Most believe Netanyahu’s wartime decision-making mainly motivated by personal interest

Wartime survey shows Gantz’s National Unity soaring, finds public prefers both Gantz (48%) and Eisenkot (45%) to Netanyahu (32%) as PM; 46% oppose Gaza ceasefire for hostage release

Minister Benny Gantz (center) and Prime Minister Benjamin Netanyahu (right) arrive for a press conference at the Defense Ministry, in Tel Aviv, December 16, 2023. (Noam Revkin Fenton/Flash90)
Minister Benny Gantz (center) and Prime Minister Benjamin Netanyahu (right) arrive for a press conference at the Defense Ministry, in Tel Aviv, December 16, 2023. (Noam Revkin Fenton/Flash90)

If elections were held today, some three and a half months into the war against Hamas in Gaza, Minister Benny Gantz’s National Unity would be well-placed to form a coalition, ousting Benjamin Netanyahu, according to a poll published Sunday.

When asked what values motivate Netanyahu in his wartime decision-making, 53% in the Channel 13 survey said they believe he is primarily motivated by personal interest, and only 33% said he is acting for the good of the country.

The survey found that Gantz’s National Unity would be the largest party in the Knesset with 37 seats, up from its current 12. It gave the Likud party under the leadership of Netanyahu 16 seats, half its current 32, while the third biggest party in the Knesset would be Yair Lapid’s Yesh Atid, with 14 seats, down from its current 24.

According to the poll (current number of seats in parentheses), Shas (11) and Yisrael Beytenu (6) would each get 9 seats, Itamar Ben Gvir’s far-right Otzma Yehudit (7) would get 8, United Torah Judaism would stay stable at 7, Religious Zionism (4) would get 6, Hadash-Taal and Ra’am would stay stable at 5 each, and Meretz (0) would just pass the electoral threshold to get 4 seats.

The Arab Balad party and the center-left Labor party would fall below the threshold to enter the Knesset.

According to the poll, the parties in Netanyahu’s prewar coalition would win 46 Knesset seats compared to the 64 they won in the November 2022 elections, while parties in the previous ruling coalition would win 69 seats in the 120-member Knesset.

The war in Gaza erupted with Hamas’s brutal October 7 massacres, which saw thousands of terrorists burst across the border into Israel, killing some 1,200 people and seizing over 250 hostages — mostly civilians — under the cover of a deluge of thousands of rockets fired at Israeli towns and cities.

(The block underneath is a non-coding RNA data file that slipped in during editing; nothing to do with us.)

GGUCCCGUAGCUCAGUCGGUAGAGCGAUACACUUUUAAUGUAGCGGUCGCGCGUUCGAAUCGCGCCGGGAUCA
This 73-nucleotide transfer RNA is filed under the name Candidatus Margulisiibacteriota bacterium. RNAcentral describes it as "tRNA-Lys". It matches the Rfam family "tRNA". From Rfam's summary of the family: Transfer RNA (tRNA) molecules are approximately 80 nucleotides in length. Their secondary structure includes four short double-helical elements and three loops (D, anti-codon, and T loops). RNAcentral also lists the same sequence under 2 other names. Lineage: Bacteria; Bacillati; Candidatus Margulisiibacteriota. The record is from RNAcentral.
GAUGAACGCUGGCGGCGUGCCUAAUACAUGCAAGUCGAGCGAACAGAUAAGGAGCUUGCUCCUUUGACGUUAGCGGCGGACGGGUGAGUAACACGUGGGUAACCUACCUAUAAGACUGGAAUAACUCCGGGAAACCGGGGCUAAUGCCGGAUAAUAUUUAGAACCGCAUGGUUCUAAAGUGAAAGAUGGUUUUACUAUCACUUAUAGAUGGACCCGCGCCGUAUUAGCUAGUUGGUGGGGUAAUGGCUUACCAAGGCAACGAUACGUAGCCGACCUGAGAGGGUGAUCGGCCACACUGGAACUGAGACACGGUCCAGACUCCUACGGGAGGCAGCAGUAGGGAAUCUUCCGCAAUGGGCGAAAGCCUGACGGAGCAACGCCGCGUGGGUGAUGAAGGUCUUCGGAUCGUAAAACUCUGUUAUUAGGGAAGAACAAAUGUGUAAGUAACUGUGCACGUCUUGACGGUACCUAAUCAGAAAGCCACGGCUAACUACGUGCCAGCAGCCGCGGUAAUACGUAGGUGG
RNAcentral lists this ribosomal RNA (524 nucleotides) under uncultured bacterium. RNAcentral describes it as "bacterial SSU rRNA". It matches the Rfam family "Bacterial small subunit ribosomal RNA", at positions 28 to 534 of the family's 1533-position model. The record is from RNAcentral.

If Economy Minister Nir Barkat were at the helm of the Likud party instead of Netanyahu, the survey found the party would rise to 21 seats, while the National Unity party would lose two seats and Yesh Atid, Yisrael Beytenu and Religious Zionism would each lose one seat.

File – Prime Minister Benjamin Netanyahu (right), and Economy Minister Nir Barkat in the Knesset on February 22, 2023. (Yonatan Sindel/Flash90)

With Minister Gadi Eisenkot leading the National Unity party instead of Gantz, respondents would give the party an extra two seats, bringing it to 39, while Yesh Atid and Religious Zionism would each lose one seat.

The poll found that the public preferred both Gantz (48%) and Eisenkot (45%) over Netanyahu (32%) as prime minister. But if the choice were between Lapid and Netanyahu, 41% of respondents favored the premier and only 36% expressed support for the Yesh Atid leader.

In recent weeks Eisenkot, a former IDF chief, appeared to criticize Netanyahu’s management of the ongoing war with Hamas, suggesting that talk of complete victory over the terror group was unrealistic and indicating that new elections should be held within months to restore public trust in government following the devastating October 7 attack.

War cabinet minister Gadi Eisenkot speaks to Channel 12’s “Uvda” program in a segment that aired January 18, 2024. (Channel 12 screenshot, used in accordance with Clause 27a of the Copyright Law)

Eisenkot’s National Unity party joined Netanyahu’s coalition on an emergency footing in a demonstration of political unity after the October 7 terror onslaught.

Half of the respondents said that Gantz and the National Unity party need to stay in the government, while 28% believe they should leave.

Regarding next steps for the war with Hamas in Gaza, 46% of respondents said Israel should not accept an agreement to secure the release of all remaining hostages in Gaza in exchange for a halt to fighting and the release of all Hamas prisoners held by Israel. Thirty-five percent supported such a deal, and 19% were undecided.

According to reports earlier in January, Eisenkot has been pushing for far-reaching steps to bring the hostages home, while Netanyahu and Defense Minister Yoav Gallant insist that continuing the military campaign launched after the October 7 attacks is crucial to bringing about the hostages’ release.

It is believed that 132 hostages abducted by Hamas on October 7 remain in Gaza, not all of them alive.

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